Using a plan from Bless’r House as a model, we decided how large the mantle and hearth would need to be and we purchased the wood.

Here is a list of what we used to build the fireplace:

  • Antique mantle (found through local antiques dealers)
  • 2 plywood sheets
  • Faux brick panel
  • 11 2×4 boards
  • 2 1X12 boards
  • 1 2×12 board
  • Finishing nails
  • Deck screws
  • Drywall screws
  • Tape measure and yard stick
  • Circular saw
  • Jigsaw
  • Hammer
  • Power drill

We began by deciding how large we wanted the hearth to be and we cut two 2X4sat 64 inches long. We chose 64 inches because this made the hearth a tiny bit wider than the mantle itself. The cross pieces and sides are 24 inches.

fireplace hearth 1

We then cut a piece of plywood to fit the top of the hearth, but we did not hammer it down yet.

Copy of fireplace surround 3

We then carried the hearth into the house, placed it where we wanted it, and attached it to the baseboards. We then attached the plywood to the top of the hearth.

finished hearth

We then attached plywood strips and two by fours to the back of the mantle.

fireplace surround braces

After attaching the two by fours to the side, and the plywood strips, we cut out a surround from one of the plywood sheets. I attached it using small wood screws.

fireplace surround 2

I then attached 2X4s to the wall at the correct height to the wall. Be sure to hang these on studs, but if you can’t, make sure you use drywall anchors that can accommodate heavy weights.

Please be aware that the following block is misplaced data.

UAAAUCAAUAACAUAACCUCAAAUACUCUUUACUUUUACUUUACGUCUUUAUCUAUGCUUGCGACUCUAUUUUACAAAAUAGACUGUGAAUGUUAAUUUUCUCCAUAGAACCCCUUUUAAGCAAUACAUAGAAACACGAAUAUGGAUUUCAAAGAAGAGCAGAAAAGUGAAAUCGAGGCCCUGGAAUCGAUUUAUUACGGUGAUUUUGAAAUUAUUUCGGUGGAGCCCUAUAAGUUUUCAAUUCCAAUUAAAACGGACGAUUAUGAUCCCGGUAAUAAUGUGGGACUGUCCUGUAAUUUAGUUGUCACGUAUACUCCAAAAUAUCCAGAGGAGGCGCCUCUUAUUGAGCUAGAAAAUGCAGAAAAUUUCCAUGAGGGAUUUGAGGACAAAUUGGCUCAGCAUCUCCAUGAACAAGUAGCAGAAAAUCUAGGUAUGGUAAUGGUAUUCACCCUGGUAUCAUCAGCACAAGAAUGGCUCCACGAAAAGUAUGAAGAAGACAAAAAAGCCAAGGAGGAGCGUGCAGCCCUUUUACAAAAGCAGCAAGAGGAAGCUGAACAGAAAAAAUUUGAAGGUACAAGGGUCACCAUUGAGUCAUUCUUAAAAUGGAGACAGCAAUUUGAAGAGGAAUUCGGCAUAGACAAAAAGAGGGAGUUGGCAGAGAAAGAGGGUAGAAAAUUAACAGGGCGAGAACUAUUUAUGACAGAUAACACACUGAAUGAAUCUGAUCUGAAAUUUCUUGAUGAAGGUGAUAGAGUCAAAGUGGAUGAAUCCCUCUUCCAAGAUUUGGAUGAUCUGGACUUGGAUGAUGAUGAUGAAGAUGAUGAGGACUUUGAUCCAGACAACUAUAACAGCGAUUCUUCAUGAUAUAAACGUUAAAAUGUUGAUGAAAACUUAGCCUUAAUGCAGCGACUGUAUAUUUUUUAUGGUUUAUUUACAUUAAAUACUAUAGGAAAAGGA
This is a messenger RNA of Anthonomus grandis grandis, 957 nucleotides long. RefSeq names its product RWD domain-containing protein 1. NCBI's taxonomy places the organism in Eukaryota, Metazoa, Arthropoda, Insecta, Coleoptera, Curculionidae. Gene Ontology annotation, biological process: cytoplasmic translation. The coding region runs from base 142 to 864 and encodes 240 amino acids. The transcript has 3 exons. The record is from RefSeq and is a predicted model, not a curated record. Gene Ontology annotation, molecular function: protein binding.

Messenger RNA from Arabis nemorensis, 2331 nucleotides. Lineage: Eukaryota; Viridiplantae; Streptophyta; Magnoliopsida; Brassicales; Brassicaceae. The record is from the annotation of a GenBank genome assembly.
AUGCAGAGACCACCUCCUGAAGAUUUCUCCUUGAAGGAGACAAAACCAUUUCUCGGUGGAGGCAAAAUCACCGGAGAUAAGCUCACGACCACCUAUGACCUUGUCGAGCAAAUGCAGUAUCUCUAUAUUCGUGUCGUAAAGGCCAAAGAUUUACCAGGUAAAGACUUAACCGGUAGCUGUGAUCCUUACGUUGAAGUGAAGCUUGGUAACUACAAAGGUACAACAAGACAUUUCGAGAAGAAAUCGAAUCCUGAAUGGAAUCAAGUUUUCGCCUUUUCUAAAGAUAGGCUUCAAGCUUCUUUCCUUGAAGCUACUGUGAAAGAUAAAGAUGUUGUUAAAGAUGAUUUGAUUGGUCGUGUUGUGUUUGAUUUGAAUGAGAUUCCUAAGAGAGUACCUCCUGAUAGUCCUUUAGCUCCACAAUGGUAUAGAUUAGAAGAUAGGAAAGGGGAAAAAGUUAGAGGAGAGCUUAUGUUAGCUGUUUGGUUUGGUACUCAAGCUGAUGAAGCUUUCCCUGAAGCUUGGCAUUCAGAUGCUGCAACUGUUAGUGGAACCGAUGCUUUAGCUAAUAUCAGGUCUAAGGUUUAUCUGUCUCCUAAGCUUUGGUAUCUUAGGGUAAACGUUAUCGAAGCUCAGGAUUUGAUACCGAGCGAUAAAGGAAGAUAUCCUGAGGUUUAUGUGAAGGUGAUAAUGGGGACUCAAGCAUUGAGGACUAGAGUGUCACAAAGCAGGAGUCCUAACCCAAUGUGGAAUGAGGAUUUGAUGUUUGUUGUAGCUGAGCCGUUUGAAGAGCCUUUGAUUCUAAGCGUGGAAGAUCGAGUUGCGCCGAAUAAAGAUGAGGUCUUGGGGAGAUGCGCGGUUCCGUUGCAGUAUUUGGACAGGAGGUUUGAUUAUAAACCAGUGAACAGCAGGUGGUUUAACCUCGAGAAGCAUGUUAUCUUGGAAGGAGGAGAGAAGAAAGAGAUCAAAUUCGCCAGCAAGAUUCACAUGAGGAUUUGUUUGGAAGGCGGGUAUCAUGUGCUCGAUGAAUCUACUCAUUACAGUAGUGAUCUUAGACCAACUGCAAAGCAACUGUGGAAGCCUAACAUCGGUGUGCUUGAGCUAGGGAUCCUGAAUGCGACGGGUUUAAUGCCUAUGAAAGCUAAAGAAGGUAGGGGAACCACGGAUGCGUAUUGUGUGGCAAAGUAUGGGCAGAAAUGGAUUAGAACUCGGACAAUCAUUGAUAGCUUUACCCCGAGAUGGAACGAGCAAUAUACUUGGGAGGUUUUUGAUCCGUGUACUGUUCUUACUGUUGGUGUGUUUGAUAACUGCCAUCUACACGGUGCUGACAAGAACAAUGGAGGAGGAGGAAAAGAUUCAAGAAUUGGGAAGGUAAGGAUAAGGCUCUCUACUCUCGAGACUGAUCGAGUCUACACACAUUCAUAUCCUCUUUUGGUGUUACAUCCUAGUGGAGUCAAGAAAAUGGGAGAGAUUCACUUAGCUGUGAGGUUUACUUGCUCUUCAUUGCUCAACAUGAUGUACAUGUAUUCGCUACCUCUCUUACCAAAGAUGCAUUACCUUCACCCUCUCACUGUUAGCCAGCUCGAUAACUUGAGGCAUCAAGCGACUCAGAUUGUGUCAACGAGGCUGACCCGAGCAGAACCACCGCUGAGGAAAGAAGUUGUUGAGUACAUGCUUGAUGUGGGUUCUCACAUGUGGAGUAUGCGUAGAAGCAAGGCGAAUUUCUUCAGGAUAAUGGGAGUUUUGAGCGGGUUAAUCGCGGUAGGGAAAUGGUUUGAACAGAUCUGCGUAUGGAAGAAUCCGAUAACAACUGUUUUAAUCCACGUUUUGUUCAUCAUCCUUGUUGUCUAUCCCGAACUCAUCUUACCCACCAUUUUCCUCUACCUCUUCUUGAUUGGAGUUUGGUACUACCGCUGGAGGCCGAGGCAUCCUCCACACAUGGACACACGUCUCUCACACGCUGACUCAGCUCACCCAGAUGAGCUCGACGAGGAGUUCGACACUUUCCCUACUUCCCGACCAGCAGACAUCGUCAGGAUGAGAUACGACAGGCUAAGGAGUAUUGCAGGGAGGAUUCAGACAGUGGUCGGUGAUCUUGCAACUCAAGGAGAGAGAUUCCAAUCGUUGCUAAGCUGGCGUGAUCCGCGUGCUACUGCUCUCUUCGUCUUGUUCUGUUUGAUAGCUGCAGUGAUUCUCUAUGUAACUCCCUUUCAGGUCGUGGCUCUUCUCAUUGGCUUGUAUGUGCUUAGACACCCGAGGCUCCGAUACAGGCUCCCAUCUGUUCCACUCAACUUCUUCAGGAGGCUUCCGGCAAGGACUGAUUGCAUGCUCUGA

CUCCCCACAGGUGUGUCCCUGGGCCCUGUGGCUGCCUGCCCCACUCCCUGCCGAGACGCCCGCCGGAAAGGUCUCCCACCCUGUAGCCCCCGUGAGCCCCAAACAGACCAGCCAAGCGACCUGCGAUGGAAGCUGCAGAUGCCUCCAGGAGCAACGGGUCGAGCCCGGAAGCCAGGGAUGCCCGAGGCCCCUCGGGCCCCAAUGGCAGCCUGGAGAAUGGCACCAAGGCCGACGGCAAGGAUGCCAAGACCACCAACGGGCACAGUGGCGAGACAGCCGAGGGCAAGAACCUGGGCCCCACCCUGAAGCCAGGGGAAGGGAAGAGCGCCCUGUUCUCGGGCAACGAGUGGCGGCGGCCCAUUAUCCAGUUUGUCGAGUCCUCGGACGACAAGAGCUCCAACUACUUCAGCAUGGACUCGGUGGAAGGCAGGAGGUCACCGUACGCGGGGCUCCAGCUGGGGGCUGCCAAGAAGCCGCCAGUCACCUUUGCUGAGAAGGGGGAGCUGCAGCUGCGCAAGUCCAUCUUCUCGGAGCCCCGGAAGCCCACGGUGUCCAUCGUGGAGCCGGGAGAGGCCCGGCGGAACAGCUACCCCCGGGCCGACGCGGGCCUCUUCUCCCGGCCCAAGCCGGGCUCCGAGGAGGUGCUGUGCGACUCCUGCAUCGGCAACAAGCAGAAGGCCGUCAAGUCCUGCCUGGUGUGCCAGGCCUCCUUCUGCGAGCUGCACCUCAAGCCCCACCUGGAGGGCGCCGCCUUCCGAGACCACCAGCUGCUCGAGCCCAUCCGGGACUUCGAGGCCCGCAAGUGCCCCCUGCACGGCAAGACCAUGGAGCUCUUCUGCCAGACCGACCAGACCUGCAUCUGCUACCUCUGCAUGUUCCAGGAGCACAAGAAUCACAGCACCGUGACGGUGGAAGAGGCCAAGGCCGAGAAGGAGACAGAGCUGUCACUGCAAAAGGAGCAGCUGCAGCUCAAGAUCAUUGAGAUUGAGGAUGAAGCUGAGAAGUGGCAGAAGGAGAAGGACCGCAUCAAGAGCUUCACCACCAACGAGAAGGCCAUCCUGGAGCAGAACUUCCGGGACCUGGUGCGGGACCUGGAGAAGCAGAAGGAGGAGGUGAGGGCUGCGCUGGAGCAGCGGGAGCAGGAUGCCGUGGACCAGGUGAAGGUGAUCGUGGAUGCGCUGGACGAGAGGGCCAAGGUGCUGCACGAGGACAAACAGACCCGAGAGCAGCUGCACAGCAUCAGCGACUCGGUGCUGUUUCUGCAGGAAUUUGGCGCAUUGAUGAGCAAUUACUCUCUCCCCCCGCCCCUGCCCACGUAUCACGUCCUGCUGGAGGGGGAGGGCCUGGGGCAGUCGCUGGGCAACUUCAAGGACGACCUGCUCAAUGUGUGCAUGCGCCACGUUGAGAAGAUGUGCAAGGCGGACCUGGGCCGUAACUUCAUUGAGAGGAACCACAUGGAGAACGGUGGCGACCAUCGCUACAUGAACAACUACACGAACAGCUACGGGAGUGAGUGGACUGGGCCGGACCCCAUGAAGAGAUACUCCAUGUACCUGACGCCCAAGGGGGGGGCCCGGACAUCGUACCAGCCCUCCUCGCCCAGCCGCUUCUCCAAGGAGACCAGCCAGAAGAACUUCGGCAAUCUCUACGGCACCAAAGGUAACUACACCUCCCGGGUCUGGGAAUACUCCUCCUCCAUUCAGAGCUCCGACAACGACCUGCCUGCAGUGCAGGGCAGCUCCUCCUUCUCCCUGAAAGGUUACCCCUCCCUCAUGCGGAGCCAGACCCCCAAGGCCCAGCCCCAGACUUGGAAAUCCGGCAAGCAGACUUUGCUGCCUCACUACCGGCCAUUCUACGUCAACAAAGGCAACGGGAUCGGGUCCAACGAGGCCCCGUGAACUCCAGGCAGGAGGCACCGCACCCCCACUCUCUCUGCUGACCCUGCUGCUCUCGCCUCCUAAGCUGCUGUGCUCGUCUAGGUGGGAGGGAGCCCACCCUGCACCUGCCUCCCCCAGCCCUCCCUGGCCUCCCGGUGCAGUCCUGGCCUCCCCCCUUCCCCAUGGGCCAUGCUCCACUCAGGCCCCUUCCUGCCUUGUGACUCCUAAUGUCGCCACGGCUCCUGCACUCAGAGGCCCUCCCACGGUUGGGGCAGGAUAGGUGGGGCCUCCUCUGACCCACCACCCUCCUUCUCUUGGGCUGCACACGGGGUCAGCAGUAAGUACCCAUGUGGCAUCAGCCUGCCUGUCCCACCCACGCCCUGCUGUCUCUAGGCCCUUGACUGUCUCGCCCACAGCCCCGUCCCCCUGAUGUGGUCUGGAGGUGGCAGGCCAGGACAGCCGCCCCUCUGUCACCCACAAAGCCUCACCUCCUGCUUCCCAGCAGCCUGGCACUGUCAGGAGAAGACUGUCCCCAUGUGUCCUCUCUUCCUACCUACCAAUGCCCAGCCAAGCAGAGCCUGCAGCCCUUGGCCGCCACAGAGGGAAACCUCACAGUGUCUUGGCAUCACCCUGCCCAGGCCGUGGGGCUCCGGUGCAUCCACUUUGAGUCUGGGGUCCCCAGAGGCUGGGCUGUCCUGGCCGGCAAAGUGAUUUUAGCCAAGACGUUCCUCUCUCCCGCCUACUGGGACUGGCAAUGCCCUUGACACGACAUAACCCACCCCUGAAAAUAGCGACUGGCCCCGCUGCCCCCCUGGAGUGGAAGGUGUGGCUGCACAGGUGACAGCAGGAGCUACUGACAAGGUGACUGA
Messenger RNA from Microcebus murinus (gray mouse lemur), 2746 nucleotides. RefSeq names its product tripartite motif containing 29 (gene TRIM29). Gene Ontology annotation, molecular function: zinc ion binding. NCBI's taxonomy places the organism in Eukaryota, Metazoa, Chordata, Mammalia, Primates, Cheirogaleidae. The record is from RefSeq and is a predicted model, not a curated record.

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I then attached the 1X12s for the side braces to the 2x4s.

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I then put the mantle up beside these braces, and attached the two by fours on the back of the mantle to the braces. I used decking screws to do this.

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I then realized we had about an eight inch gap between the mantle and the wall.

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Attaching a 2X6 to this space covered the gap and laid flush with the back of the mantle.

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We then cut and added faux brick paneling to the wall behind the mantle and on the sides so that the inside of the mantle couldn’t be seen.

fireplace almost finished

We have nearly finished the mantle. We now only have to paint, add the stone, and fill in some nail holes. Our living room looks so much better already! Can’t wait to share the finished product with you all!

fireplace almost finished

Restoring an antique fireplace mantle

Last weekend, I posted this picture on Instagram, leading my followers to wonder what I’m up to.

I’m going to go ahead and tell you that this project will take several posts, and I’ll be talking about it for the next few weeks…but I’m happy to scratch the surface today.

This absolutely lovely antique mantle has been in my garage for almost two years. I knew what I wanted to do with it but just couldn’t find the time. Story of my life. I knew I wanted it done by December so I felt compelled to stop dragging my feet and just do it.

Then, there was a whole lotta strippin’ going on, and not the sexy kind. At least this kind of stripper doesn’t smell bad. Just brush it on with a paintbrush and wait thirty minutes. Then, scrape that paint right off. You may have to repeat the process, if there are several layers of paint to remove. I had to do this three times.

Plus, the stripper gives everything a pinkish hue, which is also lots of fun.

I used low grit sandpaper and a plastic putty knife to scrape away the paint. I’ve almost got all the paint off.

And if you’ll tune in next week, I’ll show you the second installment. Come see us next Tuesday to see what I’m doing with this mantle.